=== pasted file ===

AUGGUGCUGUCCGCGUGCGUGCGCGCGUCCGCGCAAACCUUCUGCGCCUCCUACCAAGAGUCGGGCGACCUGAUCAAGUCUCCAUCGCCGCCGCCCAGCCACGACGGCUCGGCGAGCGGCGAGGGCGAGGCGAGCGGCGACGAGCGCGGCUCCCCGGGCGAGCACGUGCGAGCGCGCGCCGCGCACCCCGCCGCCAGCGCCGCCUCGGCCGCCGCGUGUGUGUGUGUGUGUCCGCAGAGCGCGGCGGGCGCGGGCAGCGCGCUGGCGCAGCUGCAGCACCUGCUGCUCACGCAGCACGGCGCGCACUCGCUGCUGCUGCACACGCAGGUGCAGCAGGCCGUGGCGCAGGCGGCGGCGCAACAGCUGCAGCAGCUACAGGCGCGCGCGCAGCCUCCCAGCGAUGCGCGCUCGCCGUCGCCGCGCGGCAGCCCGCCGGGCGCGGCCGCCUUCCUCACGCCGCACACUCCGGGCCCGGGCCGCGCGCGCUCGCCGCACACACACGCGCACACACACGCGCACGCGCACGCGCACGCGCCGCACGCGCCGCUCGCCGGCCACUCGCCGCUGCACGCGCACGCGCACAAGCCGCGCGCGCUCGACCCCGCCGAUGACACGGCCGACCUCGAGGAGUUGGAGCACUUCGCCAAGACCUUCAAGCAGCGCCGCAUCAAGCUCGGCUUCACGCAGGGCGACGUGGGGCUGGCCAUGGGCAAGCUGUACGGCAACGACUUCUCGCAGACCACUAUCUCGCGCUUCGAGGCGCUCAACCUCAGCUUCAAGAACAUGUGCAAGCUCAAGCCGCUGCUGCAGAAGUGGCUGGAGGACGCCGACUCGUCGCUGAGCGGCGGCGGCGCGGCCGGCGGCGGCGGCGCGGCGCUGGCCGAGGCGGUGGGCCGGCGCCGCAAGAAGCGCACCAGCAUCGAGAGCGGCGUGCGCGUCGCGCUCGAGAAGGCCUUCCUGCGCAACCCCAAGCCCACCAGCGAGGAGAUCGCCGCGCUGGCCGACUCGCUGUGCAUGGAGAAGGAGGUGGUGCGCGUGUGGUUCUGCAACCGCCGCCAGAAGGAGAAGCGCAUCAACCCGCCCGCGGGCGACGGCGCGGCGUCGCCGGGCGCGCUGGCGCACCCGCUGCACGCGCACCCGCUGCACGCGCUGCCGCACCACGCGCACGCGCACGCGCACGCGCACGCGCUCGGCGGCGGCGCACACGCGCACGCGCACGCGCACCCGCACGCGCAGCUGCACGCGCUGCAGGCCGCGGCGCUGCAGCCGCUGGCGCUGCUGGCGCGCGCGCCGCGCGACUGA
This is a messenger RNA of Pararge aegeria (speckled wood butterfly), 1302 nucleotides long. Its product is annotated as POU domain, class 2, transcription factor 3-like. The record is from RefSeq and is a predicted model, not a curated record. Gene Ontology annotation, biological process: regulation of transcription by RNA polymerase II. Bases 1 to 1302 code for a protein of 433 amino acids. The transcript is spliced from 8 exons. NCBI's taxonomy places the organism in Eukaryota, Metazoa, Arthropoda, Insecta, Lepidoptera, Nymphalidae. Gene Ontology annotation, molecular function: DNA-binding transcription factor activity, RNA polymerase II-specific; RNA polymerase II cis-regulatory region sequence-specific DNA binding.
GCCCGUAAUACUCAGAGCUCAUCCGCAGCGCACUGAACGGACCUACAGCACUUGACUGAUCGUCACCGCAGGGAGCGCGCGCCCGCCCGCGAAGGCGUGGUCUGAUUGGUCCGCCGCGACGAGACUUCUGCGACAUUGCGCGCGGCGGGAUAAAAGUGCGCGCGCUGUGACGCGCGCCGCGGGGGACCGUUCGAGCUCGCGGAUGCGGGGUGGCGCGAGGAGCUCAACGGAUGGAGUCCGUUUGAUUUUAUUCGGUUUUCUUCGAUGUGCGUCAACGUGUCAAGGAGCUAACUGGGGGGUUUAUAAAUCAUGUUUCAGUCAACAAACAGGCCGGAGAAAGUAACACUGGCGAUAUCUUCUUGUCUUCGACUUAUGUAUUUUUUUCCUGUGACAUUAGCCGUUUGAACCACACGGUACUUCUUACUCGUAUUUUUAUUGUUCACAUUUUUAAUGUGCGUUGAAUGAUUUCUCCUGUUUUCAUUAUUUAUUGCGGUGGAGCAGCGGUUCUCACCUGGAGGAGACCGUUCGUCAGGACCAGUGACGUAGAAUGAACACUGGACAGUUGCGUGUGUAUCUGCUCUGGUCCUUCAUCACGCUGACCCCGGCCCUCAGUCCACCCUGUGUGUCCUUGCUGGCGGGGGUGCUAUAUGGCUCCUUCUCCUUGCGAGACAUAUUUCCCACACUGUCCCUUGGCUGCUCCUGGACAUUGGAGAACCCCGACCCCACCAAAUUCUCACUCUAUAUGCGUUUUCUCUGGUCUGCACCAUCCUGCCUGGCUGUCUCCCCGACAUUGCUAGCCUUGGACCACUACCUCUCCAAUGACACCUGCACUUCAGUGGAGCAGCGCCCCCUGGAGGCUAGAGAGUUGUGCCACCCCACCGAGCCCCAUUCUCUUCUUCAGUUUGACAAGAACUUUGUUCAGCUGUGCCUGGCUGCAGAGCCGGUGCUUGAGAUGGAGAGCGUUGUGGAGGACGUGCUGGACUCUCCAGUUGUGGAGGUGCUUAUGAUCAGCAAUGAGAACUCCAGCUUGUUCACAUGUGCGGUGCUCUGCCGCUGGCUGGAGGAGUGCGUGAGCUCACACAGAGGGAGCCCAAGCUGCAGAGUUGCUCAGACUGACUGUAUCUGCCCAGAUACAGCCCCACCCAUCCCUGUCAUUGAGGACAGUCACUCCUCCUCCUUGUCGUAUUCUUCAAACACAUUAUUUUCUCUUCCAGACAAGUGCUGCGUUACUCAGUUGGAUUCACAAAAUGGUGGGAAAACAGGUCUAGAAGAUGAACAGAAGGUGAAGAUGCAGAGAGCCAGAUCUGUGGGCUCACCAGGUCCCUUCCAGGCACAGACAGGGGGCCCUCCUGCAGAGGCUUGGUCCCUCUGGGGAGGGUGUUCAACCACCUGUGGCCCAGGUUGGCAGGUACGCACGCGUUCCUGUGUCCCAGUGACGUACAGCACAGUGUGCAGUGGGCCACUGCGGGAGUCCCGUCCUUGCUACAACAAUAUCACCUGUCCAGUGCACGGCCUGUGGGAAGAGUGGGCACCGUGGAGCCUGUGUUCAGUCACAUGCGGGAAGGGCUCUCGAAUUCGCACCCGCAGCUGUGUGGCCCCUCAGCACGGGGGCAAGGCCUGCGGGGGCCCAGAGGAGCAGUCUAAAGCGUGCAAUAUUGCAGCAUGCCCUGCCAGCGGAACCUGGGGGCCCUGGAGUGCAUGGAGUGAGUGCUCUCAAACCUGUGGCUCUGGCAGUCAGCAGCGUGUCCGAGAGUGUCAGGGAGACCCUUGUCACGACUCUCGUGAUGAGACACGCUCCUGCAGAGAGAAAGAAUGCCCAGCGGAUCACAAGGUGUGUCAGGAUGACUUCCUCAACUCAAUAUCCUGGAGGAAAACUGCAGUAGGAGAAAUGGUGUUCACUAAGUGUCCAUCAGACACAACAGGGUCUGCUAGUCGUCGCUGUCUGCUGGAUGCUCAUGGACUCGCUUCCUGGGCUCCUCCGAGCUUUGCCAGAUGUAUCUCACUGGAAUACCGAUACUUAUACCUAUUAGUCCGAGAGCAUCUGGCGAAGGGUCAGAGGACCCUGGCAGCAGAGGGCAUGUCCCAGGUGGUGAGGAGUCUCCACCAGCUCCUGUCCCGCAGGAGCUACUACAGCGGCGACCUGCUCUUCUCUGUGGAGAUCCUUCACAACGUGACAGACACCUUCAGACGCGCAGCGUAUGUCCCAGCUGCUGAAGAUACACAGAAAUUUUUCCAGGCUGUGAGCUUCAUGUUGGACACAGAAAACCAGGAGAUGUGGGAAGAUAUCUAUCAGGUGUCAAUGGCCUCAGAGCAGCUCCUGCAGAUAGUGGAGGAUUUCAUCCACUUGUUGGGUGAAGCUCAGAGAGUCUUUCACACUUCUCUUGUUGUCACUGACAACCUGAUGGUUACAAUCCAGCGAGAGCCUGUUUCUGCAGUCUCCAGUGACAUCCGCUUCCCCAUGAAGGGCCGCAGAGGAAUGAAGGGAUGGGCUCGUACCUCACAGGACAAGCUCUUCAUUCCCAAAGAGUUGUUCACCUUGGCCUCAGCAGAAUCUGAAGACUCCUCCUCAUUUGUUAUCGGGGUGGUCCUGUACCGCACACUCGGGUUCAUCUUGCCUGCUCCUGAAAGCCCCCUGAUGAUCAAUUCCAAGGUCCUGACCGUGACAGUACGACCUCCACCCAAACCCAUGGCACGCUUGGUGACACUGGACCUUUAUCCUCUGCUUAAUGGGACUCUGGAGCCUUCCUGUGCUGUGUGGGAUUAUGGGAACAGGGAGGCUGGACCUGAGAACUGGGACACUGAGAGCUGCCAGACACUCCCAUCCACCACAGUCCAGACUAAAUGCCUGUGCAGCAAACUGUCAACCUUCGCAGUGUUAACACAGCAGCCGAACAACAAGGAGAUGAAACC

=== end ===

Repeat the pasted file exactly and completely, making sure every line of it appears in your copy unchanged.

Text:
AUGGUGCUGUCCGCGUGCGUGCGCGCGUCCGCGCAAACCUUCUGCGCCUCCUACCAAGAGUCGGGCGACCUGAUCAAGUCUCCAUCGCCGCCGCCCAGCCACGACGGCUCGGCGAGCGGCGAGGGCGAGGCGAGCGGCGACGAGCGCGGCUCCCCGGGCGAGCACGUGCGAGCGCGCGCCGCGCACCCCGCCGCCAGCGCCGCCUCGGCCGCCGCGUGUGUGUGUGUGUGUCCGCAGAGCGCGGCGGGCGCGGGCAGCGCGCUGGCGCAGCUGCAGCACCUGCUGCUCACGCAGCACGGCGCGCACUCGCUGCUGCUGCACACGCAGGUGCAGCAGGCCGUGGCGCAGGCGGCGGCGCAACAGCUGCAGCAGCUACAGGCGCGCGCGCAGCCUCCCAGCGAUGCGCGCUCGCCGUCGCCGCGCGGCAGCCCGCCGGGCGCGGCCGCCUUCCUCACGCCGCACACUCCGGGCCCGGGCCGCGCGCGCUCGCCGCACACACACGCGCACACACACGCGCACGCGCACGCGCACGCGCCGCACGCGCCGCUCGCCGGCCACUCGCCGCUGCACGCGCACGCGCACAAGCCGCGCGCGCUCGACCCCGCCGAUGACACGGCCGACCUCGAGGAGUUGGAGCACUUCGCCAAGACCUUCAAGCAGCGCCGCAUCAAGCUCGGCUUCACGCAGGGCGACGUGGGGCUGGCCAUGGGCAAGCUGUACGGCAACGACUUCUCGCAGACCACUAUCUCGCGCUUCGAGGCGCUCAACCUCAGCUUCAAGAACAUGUGCAAGCUCAAGCCGCUGCUGCAGAAGUGGCUGGAGGACGCCGACUCGUCGCUGAGCGGCGGCGGCGCGGCCGGCGGCGGCGGCGCGGCGCUGGCCGAGGCGGUGGGCCGGCGCCGCAAGAAGCGCACCAGCAUCGAGAGCGGCGUGCGCGUCGCGCUCGAGAAGGCCUUCCUGCGCAACCCCAAGCCCACCAGCGAGGAGAUCGCCGCGCUGGCCGACUCGCUGUGCAUGGAGAAGGAGGUGGUGCGCGUGUGGUUCUGCAACCGCCGCCAGAAGGAGAAGCGCAUCAACCCGCCCGCGGGCGACGGCGCGGCGUCGCCGGGCGCGCUGGCGCACCCGCUGCACGCGCACCCGCUGCACGCGCUGCCGCACCACGCGCACGCGCACGCGCACGCGCACGCGCUCGGCGGCGGCGCACACGCGCACGCGCACGCGCACCCGCACGCGCAGCUGCACGCGCUGCAGGCCGCGGCGCUGCAGCCGCUGGCGCUGCUGGCGCGCGCGCCGCGCGACUGA
This is a messenger RNA of Pararge aegeria (speckled wood butterfly), 1302 nucleotides long. Its product is annotated as POU domain, class 2, transcription factor 3-like. The record is from RefSeq and is a predicted model, not a curated record. Gene Ontology annotation, biological process: regulation of transcription by RNA polymerase II. Bases 1 to 1302 code for a protein of 433 amino acids. The transcript is spliced from 8 exons. NCBI's taxonomy places the organism in Eukaryota, Metazoa, Arthropoda, Insecta, Lepidoptera, Nymphalidae. Gene Ontology annotation, molecular function: DNA-binding transcription factor activity, RNA polymerase II-specific; RNA polymerase II cis-regulatory region sequence-specific DNA binding.
GCCCGUAAUACUCAGAGCUCAUCCGCAGCGCACUGAACGGACCUACAGCACUUGACUGAUCGUCACCGCAGGGAGCGCGCGCCCGCCCGCGAAGGCGUGGUCUGAUUGGUCCGCCGCGACGAGACUUCUGCGACAUUGCGCGCGGCGGGAUAAAAGUGCGCGCGCUGUGACGCGCGCCGCGGGGGACCGUUCGAGCUCGCGGAUGCGGGGUGGCGCGAGGAGCUCAACGGAUGGAGUCCGUUUGAUUUUAUUCGGUUUUCUUCGAUGUGCGUCAACGUGUCAAGGAGCUAACUGGGGGGUUUAUAAAUCAUGUUUCAGUCAACAAACAGGCCGGAGAAAGUAACACUGGCGAUAUCUUCUUGUCUUCGACUUAUGUAUUUUUUUCCUGUGACAUUAGCCGUUUGAACCACACGGUACUUCUUACUCGUAUUUUUAUUGUUCACAUUUUUAAUGUGCGUUGAAUGAUUUCUCCUGUUUUCAUUAUUUAUUGCGGUGGAGCAGCGGUUCUCACCUGGAGGAGACCGUUCGUCAGGACCAGUGACGUAGAAUGAACACUGGACAGUUGCGUGUGUAUCUGCUCUGGUCCUUCAUCACGCUGACCCCGGCCCUCAGUCCACCCUGUGUGUCCUUGCUGGCGGGGGUGCUAUAUGGCUCCUUCUCCUUGCGAGACAUAUUUCCCACACUGUCCCUUGGCUGCUCCUGGACAUUGGAGAACCCCGACCCCACCAAAUUCUCACUCUAUAUGCGUUUUCUCUGGUCUGCACCAUCCUGCCUGGCUGUCUCCCCGACAUUGCUAGCCUUGGACCACUACCUCUCCAAUGACACCUGCACUUCAGUGGAGCAGCGCCCCCUGGAGGCUAGAGAGUUGUGCCACCCCACCGAGCCCCAUUCUCUUCUUCAGUUUGACAAGAACUUUGUUCAGCUGUGCCUGGCUGCAGAGCCGGUGCUUGAGAUGGAGAGCGUUGUGGAGGACGUGCUGGACUCUCCAGUUGUGGAGGUGCUUAUGAUCAGCAAUGAGAACUCCAGCUUGUUCACAUGUGCGGUGCUCUGCCGCUGGCUGGAGGAGUGCGUGAGCUCACACAGAGGGAGCCCAAGCUGCAGAGUUGCUCAGACUGACUGUAUCUGCCCAGAUACAGCCCCACCCAUCCCUGUCAUUGAGGACAGUCACUCCUCCUCCUUGUCGUAUUCUUCAAACACAUUAUUUUCUCUUCCAGACAAGUGCUGCGUUACUCAGUUGGAUUCACAAAAUGGUGGGAAAACAGGUCUAGAAGAUGAACAGAAGGUGAAGAUGCAGAGAGCCAGAUCUGUGGGCUCACCAGGUCCCUUCCAGGCACAGACAGGGGGCCCUCCUGCAGAGGCUUGGUCCCUCUGGGGAGGGUGUUCAACCACCUGUGGCCCAGGUUGGCAGGUACGCACGCGUUCCUGUGUCCCAGUGACGUACAGCACAGUGUGCAGUGGGCCACUGCGGGAGUCCCGUCCUUGCUACAACAAUAUCACCUGUCCAGUGCACGGCCUGUGGGAAGAGUGGGCACCGUGGAGCCUGUGUUCAGUCACAUGCGGGAAGGGCUCUCGAAUUCGCACCCGCAGCUGUGUGGCCCCUCAGCACGGGGGCAAGGCCUGCGGGGGCCCAGAGGAGCAGUCUAAAGCGUGCAAUAUUGCAGCAUGCCCUGCCAGCGGAACCUGGGGGCCCUGGAGUGCAUGGAGUGAGUGCUCUCAAACCUGUGGCUCUGGCAGUCAGCAGCGUGUCCGAGAGUGUCAGGGAGACCCUUGUCACGACUCUCGUGAUGAGACACGCUCCUGCAGAGAGAAAGAAUGCCCAGCGGAUCACAAGGUGUGUCAGGAUGACUUCCUCAACUCAAUAUCCUGGAGGAAAACUGCAGUAGGAGAAAUGGUGUUCACUAAGUGUCCAUCAGACACAACAGGGUCUGCUAGUCGUCGCUGUCUGCUGGAUGCUCAUGGACUCGCUUCCUGGGCUCCUCCGAGCUUUGCCAGAUGUAUCUCACUGGAAUACCGAUACUUAUACCUAUUAGUCCGAGAGCAUCUGGCGAAGGGUCAGAGGACCCUGGCAGCAGAGGGCAUGUCCCAGGUGGUGAGGAGUCUCCACCAGCUCCUGUCCCGCAGGAGCUACUACAGCGGCGACCUGCUCUUCUCUGUGGAGAUCCUUCACAACGUGACAGACACCUUCAGACGCGCAGCGUAUGUCCCAGCUGCUGAAGAUACACAGAAAUUUUUCCAGGCUGUGAGCUUCAUGUUGGACACAGAAAACCAGGAGAUGUGGGAAGAUAUCUAUCAGGUGUCAAUGGCCUCAGAGCAGCUCCUGCAGAUAGUGGAGGAUUUCAUCCACUUGUUGGGUGAAGCUCAGAGAGUCUUUCACACUUCUCUUGUUGUCACUGACAACCUGAUGGUUACAAUCCAGCGAGAGCCUGUUUCUGCAGUCUCCAGUGACAUCCGCUUCCCCAUGAAGGGCCGCAGAGGAAUGAAGGGAUGGGCUCGUACCUCACAGGACAAGCUCUUCAUUCCCAAAGAGUUGUUCACCUUGGCCUCAGCAGAAUCUGAAGACUCCUCCUCAUUUGUUAUCGGGGUGGUCCUGUACCGCACACUCGGGUUCAUCUUGCCUGCUCCUGAAAGCCCCCUGAUGAUCAAUUCCAAGGUCCUGACCGUGACAGUACGACCUCCACCCAAACCCAUGGCACGCUUGGUGACACUGGACCUUUAUCCUCUGCUUAAUGGGACUCUGGAGCCUUCCUGUGCUGUGUGGGAUUAUGGGAACAGGGAGGCUGGACCUGAGAACUGGGACACUGAGAGCUGCCAGACACUCCCAUCCACCACAGUCCAGACUAAAUGCCUGUGCAGCAAACUGUCAACCUUCGCAGUGUUAACACAGCAGCCGAACAACAAGGAGAUGAAACC